Photo editor set to begin his life in wildlife photography

Mason Maron is an interesting person who is very passionate about birding, wildlife photography and more

TREVOR JUNT, Evergreen deputy sports editor

Mason Maron is one of the most interesting people in the Daily Evergreen newsroom. He is graduating Saturday with a major in wildlife ecology and conservation sciences and a minor in forestry. He has been at the Evergreen for five semesters, isn’t a communications major and has been heavily invested.

Maron is the former president of the Wildlife Society Chapter in Pullman and is the current photo editor for the Daily Evergreen.

He is extremely passionate about wildlife photography, so much so that he has put it at the forefront of his life.

“I got into wildlife through wildlife photography. Obviously, I’ve kind of based my life around it, because I’m about to graduate with a degree in wildlife. It’s something that I really enjoy. And I really enjoy nature, so something about capturing it in photos and capturing those moments I find fun. When you get a nice photo it’s very satisfying and very gratifying,” Maron said.

He was originally going to go into mechanical engineering, but around his junior year of high school, he found wildlife photography and did a 180 his senior year, becoming very passionate about wildlife. Maron declined a scholarship from Autodesk, a 3D modeling company in Portland, Oregon to pursue wildlife in college.

Maron is going to take a gap year after graduation, take some time to travel and then work a winter field job, potentially in Hawaii or Antarctica. Then he plans to apply to graduate schools.

A week after he graduates from Pullman, his plan is to do a cross-country road trip. He will leave from Pullman and travel down to the southernmost part of Texas and then to the upper peninsula of Michigan. He will then fly to Rhode Island and spend a week and a half in Rhode Island and Connecticut, then fly back to Washington.

Maron has high goals; his plan is to get his master’s degree and then a Ph.D.

“Cornell would be nice, but it’s pretty competitive especially in that field because they have the Cornell Lab of Ornithology which is like their bird lab. It has a low number of openings. It’s basically the number one place to study that in the world,” Maron said.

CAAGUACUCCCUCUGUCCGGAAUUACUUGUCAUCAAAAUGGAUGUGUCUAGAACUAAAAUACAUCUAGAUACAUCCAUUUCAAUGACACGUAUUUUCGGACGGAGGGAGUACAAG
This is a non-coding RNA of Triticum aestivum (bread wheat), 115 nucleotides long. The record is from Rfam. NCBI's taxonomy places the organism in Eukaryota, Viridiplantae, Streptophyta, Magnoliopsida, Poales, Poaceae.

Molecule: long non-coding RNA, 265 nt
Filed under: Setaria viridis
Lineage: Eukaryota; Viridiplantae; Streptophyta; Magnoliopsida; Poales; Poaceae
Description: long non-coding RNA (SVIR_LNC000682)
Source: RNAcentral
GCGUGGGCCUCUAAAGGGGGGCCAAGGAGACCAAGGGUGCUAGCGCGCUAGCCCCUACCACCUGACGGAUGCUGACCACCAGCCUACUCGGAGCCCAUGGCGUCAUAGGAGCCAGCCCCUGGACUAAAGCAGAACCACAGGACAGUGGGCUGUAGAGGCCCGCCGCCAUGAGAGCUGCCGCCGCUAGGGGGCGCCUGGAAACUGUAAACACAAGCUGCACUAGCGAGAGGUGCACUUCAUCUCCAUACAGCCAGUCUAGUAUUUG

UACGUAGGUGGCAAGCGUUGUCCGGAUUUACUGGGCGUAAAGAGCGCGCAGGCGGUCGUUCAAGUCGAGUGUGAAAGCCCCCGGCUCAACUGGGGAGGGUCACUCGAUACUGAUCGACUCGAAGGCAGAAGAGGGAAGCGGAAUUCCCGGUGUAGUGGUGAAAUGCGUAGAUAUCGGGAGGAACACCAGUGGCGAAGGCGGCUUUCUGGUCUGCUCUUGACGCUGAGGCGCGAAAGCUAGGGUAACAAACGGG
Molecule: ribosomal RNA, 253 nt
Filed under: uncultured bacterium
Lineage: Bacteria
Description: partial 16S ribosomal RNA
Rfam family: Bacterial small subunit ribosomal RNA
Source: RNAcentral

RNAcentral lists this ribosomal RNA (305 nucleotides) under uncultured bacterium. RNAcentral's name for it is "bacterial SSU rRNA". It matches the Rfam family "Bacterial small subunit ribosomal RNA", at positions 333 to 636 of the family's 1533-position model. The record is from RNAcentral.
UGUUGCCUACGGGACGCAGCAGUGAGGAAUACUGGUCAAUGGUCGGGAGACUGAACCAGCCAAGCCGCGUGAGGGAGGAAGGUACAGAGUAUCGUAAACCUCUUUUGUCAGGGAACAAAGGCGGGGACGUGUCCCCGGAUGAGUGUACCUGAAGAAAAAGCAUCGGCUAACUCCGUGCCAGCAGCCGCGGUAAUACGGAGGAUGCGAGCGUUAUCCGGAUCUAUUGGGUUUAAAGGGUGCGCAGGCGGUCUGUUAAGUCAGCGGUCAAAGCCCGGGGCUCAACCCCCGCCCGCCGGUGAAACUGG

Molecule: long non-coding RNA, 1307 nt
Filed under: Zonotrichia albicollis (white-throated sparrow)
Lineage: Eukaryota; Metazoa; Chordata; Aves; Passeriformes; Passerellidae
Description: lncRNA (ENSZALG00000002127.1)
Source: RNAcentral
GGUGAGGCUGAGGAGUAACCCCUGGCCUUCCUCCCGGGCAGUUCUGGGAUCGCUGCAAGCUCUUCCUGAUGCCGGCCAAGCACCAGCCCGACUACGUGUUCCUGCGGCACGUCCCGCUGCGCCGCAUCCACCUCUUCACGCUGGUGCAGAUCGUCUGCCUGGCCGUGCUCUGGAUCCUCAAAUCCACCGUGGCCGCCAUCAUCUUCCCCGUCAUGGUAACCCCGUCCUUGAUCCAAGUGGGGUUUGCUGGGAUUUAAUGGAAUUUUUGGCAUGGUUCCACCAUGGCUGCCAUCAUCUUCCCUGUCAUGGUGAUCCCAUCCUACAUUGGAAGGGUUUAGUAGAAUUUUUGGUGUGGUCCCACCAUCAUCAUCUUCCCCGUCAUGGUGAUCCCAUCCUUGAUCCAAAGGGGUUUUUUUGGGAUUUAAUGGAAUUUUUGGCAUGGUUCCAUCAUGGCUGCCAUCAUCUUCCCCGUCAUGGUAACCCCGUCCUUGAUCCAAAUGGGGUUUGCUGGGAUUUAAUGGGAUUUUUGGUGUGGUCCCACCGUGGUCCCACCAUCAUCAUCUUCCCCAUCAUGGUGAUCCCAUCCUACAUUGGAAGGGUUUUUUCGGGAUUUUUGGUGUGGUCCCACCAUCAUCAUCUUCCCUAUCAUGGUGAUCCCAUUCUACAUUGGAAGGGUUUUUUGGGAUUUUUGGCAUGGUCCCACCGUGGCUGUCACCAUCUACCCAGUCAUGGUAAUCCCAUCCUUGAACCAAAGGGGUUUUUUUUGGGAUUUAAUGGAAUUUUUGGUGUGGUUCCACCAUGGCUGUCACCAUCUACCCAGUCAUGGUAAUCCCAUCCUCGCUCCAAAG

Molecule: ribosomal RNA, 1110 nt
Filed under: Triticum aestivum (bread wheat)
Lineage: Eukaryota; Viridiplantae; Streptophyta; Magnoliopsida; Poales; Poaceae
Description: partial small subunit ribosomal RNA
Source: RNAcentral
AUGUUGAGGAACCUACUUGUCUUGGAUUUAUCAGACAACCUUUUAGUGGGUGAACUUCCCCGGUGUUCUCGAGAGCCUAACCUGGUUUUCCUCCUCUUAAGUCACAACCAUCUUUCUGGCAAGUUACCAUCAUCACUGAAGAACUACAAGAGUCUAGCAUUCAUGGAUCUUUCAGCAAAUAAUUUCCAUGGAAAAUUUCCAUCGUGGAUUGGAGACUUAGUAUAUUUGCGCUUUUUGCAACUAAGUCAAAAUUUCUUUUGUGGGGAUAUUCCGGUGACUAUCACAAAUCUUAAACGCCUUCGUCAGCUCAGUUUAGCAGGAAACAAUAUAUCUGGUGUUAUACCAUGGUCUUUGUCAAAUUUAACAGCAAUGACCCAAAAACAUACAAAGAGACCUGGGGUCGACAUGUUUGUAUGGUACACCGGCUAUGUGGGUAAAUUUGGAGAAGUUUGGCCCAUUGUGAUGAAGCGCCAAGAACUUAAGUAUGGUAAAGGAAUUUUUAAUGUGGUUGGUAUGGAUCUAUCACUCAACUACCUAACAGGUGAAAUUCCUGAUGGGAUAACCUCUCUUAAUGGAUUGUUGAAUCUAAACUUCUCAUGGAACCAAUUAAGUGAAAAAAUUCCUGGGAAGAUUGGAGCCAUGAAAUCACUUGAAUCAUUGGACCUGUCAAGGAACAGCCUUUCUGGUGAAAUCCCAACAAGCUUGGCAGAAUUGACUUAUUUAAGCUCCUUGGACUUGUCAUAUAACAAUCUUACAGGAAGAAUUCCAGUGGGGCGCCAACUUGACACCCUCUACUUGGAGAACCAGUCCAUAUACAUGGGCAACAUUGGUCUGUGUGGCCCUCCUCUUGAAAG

He went to WSU because of in-state tuition, scholarships and the fact that his sister went here. He gave credit to his parents for always being supportive of him and his endeavors.

“My parents have been very supportive of what I like to do. Which is good, because you don’t make a ton of money in wildlife,” Maron said. “My parents have worked so hard to get us to live comfortably, but they’re supportive because they can tell that it’s stuff that I like to do. Truthfully, if I decide later in life that I’d rather go do something else, they would be supportive of that as well.”

Maron’s portfolio features a wide degree of things. He also speaks Spanish and studied abroad in southern Chile. In the semester of spring of 2022, he took the opportunity to study abroad. He said that he was rusty when he first got there but eventually was confident enough to speak fluent Spanish to Chileans.


He spoke about birding, explaining how competitive it truly is. People compete in a competition called a “big year,” which people take very competitively, setting aside 10s of $1000s. They fly across the country to see a rare bird, ready to go somewhere at the drop of a hat.

Maron did a “big day” in Washington a couple of years ago. He traveled all over Washington State to see as many species of birds as he could in one day. He set the state record for individuals at 193 bird species in one day.

“I didn’t go to sleep that night. I stayed up the whole night listening for owls to start off, and then at sunrise I was at the Puget Sound and then I drove all throughout Washington, like through the Cascades, and I think the furthest east I got was Othello. The entire day was just driving places to see birds,” Maron said.

Regarding his wildlife photos, Maron has been published in a multitude of different publications, including three or four field guides, in different publications in from around the world, a few research publications, magazines and the Cornell Lab. He has been on the local news and has hopped on different podcasts to talk about wildlife and birds.

Initially, when he started at the Evergreen, he was a photographer and was not interviewed– they just sent him the paperwork and he started taking photos. Then after his study abroad semester, he applied to be the photo editor and got the job. He said it has created some good friendships.

“I think some long nights spent in the newsroom helped form some bonds between the people in there and I hope that I can stay in touch with the people that I’ve worked with,” Maron said. “I think that it was a good experience and there’s definitely some good times and good memories looking back. Everybody kind of sitting and working late hours on a Wednesday.”

Letter from the writer:

When I first got started at the Evergreen it was very unconventional; I randomly took the job as the deputy sports editor and got placed in a desk right next to Mason. Our friendship has grown as the year has gone on, from mainly acquaintances to friends. He has been so kind to me and we have talked hours on hours about a wide-ranging amount of topics.

He is wildly interesting and is such a great person. I am proud to call him my friend and am happy to see him follow his dreams in wildlife.